2010 Aston Martin Rapide – Click above for high-res image gallery The world's best-looking four-door sedan beckoned us from Miami. Enticed, we boarded a jet and paid the 2010 Aston Martin Rapide a visit. Our task was to shuttle Aston Martin's first four-sedan up the coast to Palm Beach – someone had to do it. Of course, we took the circuitous route and spent the day blissfully putting her through the paces as we leisurely motored our way north. Why did the British automaker design a sedan – and what is hiding under its skin? What is it like to drive? How are those rear-seat accommodations? Most importantly, how does the Rapide measure up to the Porsche Panamera and Maserati Quattroporte? The answers and more after the jump... %Gallery-88445% Photos by Michael Harley / Copyright ©2010 Weblogs, Inc. The Aston Martin Rapide is a sports car first, a sedan second. Those exact words may have never been spoken or alleged while the Rapide was under development. Nevertheless, that mantra subconsciously repeated itself countless times during our day with the British manufacturer's first four-door vehicle since the angular William Towns-designed Lagonda left the world stage. Even to the uninitiated openly-gazing public, the Rapide is purely an Aston Martin. The family resemblance – to the DB9, DBS and Vantage – is unquestioned thanks to Aston's world-renowned and incredibly sexy, sleek silhouette. The designers have done such a noble job hiding the extra 12 inches of length and two inches of height that only on second glance do most realize that this isn't another coupe. Regardless, in a compliment to the designer, most will still believe the Rapide is a stretched variant of the DB9. In truth, all of the body panels on the sedan are new – none of the sheetmetal is shared. With that in mind, it is no surprise to find that under the skin, Aston Martin has utilized its V/H platform – shared with the DB9, DBS and Vantage – to construct the Rapide. Using technology borrowed from the aerospace industry, the British automaker employs adhesives to bond – not weld – aluminum components together. The front quarter panels are composite, while the doors and roof are aluminum. The rear quarter panels are steel. The end result is a chassis that is very light and extraordinarily stiff. The curb weight of the Rapide is 4,387 pounds – about 500 pounds heavier than the DB9 coupe. Thanks to the engine being set low and back in the front of the platform and a rear-mounted transaxle, the Rapide's weight balance is a nicely proportioned 49 percent front, 51 percent rear. Under the long hood of the Rapide is a hand-assembled all-alloy 48-valve V12. Displacing 6.0-liters, the normally-aspirated engine is rated at 470 horsepower (at 6,000 rpm) and 443 lb-ft of torque (at 5,000 rpm). Power is sent rearward through a carbon-fiber propeller shaft within an alloy tube to the mid-mounted gearbox. The transmission is Aston Martin's "Touchtronic 2" with electronic …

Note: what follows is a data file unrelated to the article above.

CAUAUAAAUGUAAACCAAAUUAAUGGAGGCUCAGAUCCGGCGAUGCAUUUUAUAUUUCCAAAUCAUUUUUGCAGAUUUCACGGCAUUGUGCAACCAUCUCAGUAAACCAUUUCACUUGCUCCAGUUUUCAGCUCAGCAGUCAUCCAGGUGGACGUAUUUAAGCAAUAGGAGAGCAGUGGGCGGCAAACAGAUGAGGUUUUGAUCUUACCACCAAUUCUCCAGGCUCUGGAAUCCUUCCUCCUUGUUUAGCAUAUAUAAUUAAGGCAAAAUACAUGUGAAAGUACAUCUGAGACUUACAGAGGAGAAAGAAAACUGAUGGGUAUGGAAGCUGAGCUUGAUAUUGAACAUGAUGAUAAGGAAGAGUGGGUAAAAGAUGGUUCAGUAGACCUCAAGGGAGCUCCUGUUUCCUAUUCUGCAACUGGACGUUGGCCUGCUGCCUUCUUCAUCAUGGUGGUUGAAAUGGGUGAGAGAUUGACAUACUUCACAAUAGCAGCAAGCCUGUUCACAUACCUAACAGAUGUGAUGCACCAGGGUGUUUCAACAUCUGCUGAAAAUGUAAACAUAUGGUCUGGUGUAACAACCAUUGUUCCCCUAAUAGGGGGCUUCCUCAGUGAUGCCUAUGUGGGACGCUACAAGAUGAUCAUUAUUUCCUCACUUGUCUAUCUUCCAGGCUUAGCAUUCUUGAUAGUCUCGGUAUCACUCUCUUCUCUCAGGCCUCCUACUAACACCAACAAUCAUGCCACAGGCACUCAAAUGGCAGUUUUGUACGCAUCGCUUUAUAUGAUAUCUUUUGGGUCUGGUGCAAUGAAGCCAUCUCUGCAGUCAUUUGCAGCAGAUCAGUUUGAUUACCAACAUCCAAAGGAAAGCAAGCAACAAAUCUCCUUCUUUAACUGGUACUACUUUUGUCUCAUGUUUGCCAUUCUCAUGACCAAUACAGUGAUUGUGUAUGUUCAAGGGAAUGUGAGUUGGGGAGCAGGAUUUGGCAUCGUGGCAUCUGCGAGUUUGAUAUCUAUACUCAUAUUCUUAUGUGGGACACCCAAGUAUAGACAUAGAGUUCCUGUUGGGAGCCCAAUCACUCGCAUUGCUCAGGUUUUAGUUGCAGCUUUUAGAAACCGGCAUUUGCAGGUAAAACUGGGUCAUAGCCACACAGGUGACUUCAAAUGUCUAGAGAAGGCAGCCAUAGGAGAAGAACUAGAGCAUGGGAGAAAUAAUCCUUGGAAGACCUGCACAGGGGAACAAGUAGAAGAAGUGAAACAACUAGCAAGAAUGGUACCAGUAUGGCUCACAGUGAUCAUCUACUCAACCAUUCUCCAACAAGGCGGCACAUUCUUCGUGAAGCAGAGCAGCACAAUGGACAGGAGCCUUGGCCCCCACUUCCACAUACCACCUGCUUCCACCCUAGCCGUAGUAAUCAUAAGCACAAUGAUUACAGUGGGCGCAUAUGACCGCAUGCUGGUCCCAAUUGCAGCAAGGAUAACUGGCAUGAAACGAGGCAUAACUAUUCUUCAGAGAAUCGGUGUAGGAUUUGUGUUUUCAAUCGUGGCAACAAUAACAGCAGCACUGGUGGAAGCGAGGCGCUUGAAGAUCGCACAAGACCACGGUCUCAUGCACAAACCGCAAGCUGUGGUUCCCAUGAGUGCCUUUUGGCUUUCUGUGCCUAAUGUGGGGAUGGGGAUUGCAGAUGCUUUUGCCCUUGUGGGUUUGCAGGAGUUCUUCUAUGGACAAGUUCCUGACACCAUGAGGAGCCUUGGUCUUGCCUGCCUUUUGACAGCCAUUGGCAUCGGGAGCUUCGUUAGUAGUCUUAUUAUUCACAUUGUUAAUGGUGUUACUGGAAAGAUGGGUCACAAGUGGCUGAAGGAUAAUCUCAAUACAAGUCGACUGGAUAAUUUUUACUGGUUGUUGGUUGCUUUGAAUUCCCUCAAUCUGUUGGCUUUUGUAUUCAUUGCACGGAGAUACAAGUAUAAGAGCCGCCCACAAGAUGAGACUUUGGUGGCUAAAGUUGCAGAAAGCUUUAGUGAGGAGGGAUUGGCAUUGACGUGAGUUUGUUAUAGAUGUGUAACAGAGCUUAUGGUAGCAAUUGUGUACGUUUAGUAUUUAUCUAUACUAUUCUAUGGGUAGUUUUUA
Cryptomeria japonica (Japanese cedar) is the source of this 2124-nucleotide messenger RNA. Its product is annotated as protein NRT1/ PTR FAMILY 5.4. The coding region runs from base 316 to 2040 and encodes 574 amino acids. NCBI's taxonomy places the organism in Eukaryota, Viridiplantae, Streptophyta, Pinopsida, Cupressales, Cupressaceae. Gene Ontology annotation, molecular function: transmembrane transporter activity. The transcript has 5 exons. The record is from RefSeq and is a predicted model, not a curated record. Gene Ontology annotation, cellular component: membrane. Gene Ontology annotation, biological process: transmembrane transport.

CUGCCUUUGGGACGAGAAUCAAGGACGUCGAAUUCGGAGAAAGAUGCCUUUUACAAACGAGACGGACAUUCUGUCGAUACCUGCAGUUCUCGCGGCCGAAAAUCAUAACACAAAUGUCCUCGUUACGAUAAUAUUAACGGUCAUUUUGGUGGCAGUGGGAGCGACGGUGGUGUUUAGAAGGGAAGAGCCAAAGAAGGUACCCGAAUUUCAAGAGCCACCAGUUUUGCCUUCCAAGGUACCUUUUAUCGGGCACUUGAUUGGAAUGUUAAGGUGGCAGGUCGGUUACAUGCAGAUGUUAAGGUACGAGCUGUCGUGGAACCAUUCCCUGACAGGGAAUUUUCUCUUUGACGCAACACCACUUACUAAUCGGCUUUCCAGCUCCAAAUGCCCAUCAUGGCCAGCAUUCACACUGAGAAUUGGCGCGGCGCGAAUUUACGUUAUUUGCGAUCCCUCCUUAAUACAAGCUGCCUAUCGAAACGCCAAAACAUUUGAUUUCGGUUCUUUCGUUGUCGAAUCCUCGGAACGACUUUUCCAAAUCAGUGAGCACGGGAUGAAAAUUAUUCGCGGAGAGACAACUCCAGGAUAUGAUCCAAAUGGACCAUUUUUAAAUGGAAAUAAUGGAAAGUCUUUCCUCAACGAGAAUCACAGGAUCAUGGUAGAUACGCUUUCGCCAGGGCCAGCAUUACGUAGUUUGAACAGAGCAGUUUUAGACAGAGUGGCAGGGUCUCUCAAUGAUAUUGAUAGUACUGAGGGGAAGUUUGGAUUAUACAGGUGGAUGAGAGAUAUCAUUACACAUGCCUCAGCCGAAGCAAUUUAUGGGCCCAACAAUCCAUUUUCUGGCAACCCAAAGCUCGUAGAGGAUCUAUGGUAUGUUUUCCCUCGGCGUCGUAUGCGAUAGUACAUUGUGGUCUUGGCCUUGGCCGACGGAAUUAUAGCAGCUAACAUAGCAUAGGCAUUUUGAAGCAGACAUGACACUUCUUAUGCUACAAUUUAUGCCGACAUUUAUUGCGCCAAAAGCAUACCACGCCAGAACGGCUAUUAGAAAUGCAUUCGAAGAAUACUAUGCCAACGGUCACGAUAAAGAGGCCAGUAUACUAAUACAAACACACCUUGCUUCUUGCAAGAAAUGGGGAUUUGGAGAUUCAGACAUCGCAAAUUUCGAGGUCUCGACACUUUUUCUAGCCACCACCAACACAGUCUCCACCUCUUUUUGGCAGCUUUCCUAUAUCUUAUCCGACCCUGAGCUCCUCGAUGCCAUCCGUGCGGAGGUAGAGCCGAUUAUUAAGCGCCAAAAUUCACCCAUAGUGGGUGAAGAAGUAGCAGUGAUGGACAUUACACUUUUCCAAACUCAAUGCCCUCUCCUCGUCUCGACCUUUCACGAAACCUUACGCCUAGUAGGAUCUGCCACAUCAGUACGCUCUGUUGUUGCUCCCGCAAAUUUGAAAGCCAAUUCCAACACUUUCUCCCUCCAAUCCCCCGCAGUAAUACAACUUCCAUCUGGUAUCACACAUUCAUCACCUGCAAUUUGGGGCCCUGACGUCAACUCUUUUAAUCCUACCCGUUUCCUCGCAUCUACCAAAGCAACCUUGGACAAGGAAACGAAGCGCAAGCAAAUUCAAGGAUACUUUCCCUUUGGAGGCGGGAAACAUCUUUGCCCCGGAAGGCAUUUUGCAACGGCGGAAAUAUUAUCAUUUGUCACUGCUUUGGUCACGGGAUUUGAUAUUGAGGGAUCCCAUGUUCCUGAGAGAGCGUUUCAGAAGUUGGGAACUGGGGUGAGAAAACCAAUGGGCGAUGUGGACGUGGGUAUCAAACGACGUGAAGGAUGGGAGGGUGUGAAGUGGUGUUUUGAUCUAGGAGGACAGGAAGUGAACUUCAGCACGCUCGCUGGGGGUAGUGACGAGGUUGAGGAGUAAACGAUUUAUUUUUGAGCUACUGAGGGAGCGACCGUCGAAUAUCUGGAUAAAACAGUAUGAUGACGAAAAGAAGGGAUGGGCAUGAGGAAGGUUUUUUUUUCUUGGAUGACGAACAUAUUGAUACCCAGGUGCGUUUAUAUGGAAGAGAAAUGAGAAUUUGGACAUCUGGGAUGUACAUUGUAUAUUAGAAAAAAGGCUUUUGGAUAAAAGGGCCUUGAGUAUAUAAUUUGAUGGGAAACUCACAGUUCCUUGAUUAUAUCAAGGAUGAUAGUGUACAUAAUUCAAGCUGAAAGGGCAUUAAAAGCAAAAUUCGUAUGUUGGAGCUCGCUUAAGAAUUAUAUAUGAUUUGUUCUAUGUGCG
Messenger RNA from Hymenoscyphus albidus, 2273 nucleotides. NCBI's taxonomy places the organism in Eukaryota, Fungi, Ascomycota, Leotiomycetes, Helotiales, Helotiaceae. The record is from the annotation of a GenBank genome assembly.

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|MPG||13 City / 19 Hwy|
|Transmission||6-spd auto w/OD|
|Power||470 @ 6000 rpm|
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